It’s been said that Doctor Doom is not just one of the greatest supervillains of all time but rather that he’s the supervillain, the one that defines them all.
Whenever Doom appears, he's always a huge threat. That’s evident from his very first appearance in Fantastic Four #5 by Stan Lee and Jack Kirby, when he kidnaps Sue Storm and forces the rest of the FF to travel back in time to steal Blackbeard’s treasure to help him conquer the world. He later teamed up with Namor the Sub-Mariner to send the team into space --- by literally magnetizing the Baxter Building and attaching it to a rocket ship. Of course, he double crosses Namor and the FF. But Namor gets the upper hand and gets the FF back to Earth, leaving Doom on an asteroid careening out into space. But do you think that stopped him?
Before Fantastic Four opened to dismal box office and even more dismal reviews, 20th Century Fox attempted to combat the bad buzz surrounding the film by greenlighting a sequel. It was a vote of confidence – they were prepared to stick with this cast moving forward. Then everyone saw the final trainwreck and the internet proceeded to pick over the film’s fascinating corpse in a desperate attempt to figure out what happened with this production. We all assumed that announced sequel was dead and buried. We were wrong.
We have spent our fair share of time sifting through the ashes of the new Fantastic Four movie, desperately trying to figure out exactly what happened here. Call it a morbid fascination. Call it professional curiosity. All we know is that the finished movie is not what anyone involved set out to make. Now we have another item of interest – a glimpse at an early screenplay for the film and it couldn’t be more different than the final film.
When Fantastic Four stumbled into theaters two weekends ago, the audiences that did show up noticed that the movie in theaters was not the movie being sold in the trailers. There were a ton of scenes and elements present in the marketing that were absent from the finished film. We even catalogued them right here. The full details of what went down (and what went wrong) on this set will probably remain covered up for a while yet, but details have begun to slowly trickle out. Now we know exactly what happened to the biggest missing scene of them all. Sort of.
As of this writing, Josh Trank’s Fantastic Four has made $25.6 million. Improbably, that’s less than half of either of the previous big-budget Fantastic Four movies, which are widely disliked by comics fan and cinephiles alike. There’s a chance Trank’s FF could wind up grossing less in theaters than Blade: Trinity, or even Trank’s own surprise debut hit, Chronicle (which cost about a tenth of his follow-up). In Hollywood parlance, those are ungood numbers. In most cases, they would almost mean certain doom (har dee har har) for any chance of a sequel.
The fact that Fantastic Four had a disastrous shoot followed by laborious reshoots may be the worst kept Hollywood secret of all time. Even if director Josh Trank hadn’t publicly displayed his dissatisfaction with the finished movie, just about anyone who sat through this mess could tell something was wrong just from the finished product. They’d know if from the inconsistent pacing, the main characters who contribute nothing to the movie, and a climax that feels like it was cobbled together by a completely different creative team. Hell, they’d know it from Kate Mara’s terrible reshoot wig, which sticks out like, well, a bad wig.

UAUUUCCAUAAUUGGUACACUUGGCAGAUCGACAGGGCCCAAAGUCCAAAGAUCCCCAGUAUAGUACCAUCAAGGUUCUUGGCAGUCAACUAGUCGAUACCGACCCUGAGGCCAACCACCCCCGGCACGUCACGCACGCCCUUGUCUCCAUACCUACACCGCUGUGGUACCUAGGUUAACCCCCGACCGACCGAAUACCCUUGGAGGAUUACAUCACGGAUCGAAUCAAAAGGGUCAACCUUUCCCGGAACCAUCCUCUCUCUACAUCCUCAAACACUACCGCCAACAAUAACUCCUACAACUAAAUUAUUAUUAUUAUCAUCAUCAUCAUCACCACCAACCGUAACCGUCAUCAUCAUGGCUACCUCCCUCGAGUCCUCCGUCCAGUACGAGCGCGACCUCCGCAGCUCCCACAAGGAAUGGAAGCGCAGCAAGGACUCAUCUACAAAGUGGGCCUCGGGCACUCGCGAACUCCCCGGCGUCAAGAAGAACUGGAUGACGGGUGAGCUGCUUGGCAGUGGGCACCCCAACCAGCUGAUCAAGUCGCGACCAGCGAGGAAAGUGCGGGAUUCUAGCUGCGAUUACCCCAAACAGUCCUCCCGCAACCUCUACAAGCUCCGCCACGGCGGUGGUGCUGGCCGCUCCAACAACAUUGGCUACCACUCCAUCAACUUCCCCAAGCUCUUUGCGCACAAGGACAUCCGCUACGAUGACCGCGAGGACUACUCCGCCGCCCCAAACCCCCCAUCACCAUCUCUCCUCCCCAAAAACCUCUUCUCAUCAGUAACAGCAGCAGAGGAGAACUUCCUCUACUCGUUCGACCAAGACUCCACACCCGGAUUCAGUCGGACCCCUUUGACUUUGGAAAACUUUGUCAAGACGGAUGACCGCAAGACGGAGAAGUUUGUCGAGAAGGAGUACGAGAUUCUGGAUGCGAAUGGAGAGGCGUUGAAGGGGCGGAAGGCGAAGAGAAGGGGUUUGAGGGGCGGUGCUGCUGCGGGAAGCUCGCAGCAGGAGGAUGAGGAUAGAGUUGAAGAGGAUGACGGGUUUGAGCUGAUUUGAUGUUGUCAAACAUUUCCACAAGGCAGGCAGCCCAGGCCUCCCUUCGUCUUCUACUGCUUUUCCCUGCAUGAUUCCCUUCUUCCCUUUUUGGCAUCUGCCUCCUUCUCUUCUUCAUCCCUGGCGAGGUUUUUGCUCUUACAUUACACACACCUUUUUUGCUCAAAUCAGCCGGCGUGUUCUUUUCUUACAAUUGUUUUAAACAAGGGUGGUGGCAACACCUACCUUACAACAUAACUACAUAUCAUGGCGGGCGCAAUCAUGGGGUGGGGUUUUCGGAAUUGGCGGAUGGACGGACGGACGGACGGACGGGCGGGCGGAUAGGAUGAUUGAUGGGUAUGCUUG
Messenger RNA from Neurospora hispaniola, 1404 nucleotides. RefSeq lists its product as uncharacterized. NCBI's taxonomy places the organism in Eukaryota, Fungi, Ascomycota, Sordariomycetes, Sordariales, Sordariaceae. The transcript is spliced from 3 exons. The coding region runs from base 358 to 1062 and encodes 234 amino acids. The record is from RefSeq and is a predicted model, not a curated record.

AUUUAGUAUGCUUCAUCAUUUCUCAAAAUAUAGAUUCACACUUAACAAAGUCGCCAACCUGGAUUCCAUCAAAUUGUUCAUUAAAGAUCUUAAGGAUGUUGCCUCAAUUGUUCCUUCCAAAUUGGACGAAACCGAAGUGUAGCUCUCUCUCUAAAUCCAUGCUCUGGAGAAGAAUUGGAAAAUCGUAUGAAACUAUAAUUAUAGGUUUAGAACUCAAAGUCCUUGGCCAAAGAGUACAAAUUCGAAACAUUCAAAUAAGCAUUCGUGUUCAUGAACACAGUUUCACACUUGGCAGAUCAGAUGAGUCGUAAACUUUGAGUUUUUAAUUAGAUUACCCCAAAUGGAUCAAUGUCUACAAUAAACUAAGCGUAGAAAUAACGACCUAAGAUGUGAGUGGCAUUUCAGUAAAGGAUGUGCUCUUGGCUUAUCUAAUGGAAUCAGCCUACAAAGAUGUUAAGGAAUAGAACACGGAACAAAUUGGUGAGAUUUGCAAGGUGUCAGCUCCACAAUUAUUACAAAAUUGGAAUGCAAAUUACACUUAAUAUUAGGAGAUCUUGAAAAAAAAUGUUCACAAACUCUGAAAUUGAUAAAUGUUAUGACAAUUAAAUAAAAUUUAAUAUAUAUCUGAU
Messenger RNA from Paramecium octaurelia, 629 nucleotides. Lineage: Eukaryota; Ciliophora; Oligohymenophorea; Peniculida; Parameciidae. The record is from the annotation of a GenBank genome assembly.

Here’s the thing about this Fantastic Four movie: it was supposed to be horrible. This movie has been riding an almost unprecedented level of bad buzz since earlier this year. Strangely, it seems to have started over literally nothing. Fans were upset they hadn’t seen anything official from the movie and began to suspect it stunk. Then, depending on who you talk to, the director was fired, the actors were upset and the script was a mess. But, the days of speculation are over and none of that bad buzz matters any more; there’s an actual film that can be judged on its own merits. Sadly, Fantastic Four, on its own merits, is still horrible.
The internet hasn’t been friendly with Josh Trank’s Fantastic Four since day one and with the movie opening in less than a week, everyone still seems pretty baffled by it. What is this movie? What really went on behind the scenes? Is it good? Can it be good? And why does Deadpool pop up at the end of this new extended trailer?
Everyone loves comic book trivia, but with 75 years of superhero comics behind us right now, there’s always some new obscure fact to learn. That’s why ComicsAlliance is going deep into the minutiae of your favorite characters in our continuing video series. You think you know comics? Well, here’s a few things you might not know!
With their new movie launching this week, we're taking a look at Marvel's first family, the Fantastic Four. Find out the probably apocryphal origin of the Fantastic Four, the way more than four team members the team has had in its history, and the origin of the Thing's team-up with Fred Flintstone, as well as several other equally interesting facts.
You may believe that 2005's Fantastic Four was the first time the quartet of superheroes appeared in a movie — you would be wrong. Back in 1994, cult director Roger Corman delivered his own adaptation based on Marvel’s first family, but Corman’s The Fantastic Four never made it to the big screen. It was never released on home video, either. A new mashup trailer combines footage from Corman’s lost film with the voiceover from the trailer for the new reboot, making a case for why the former should see the light of day.
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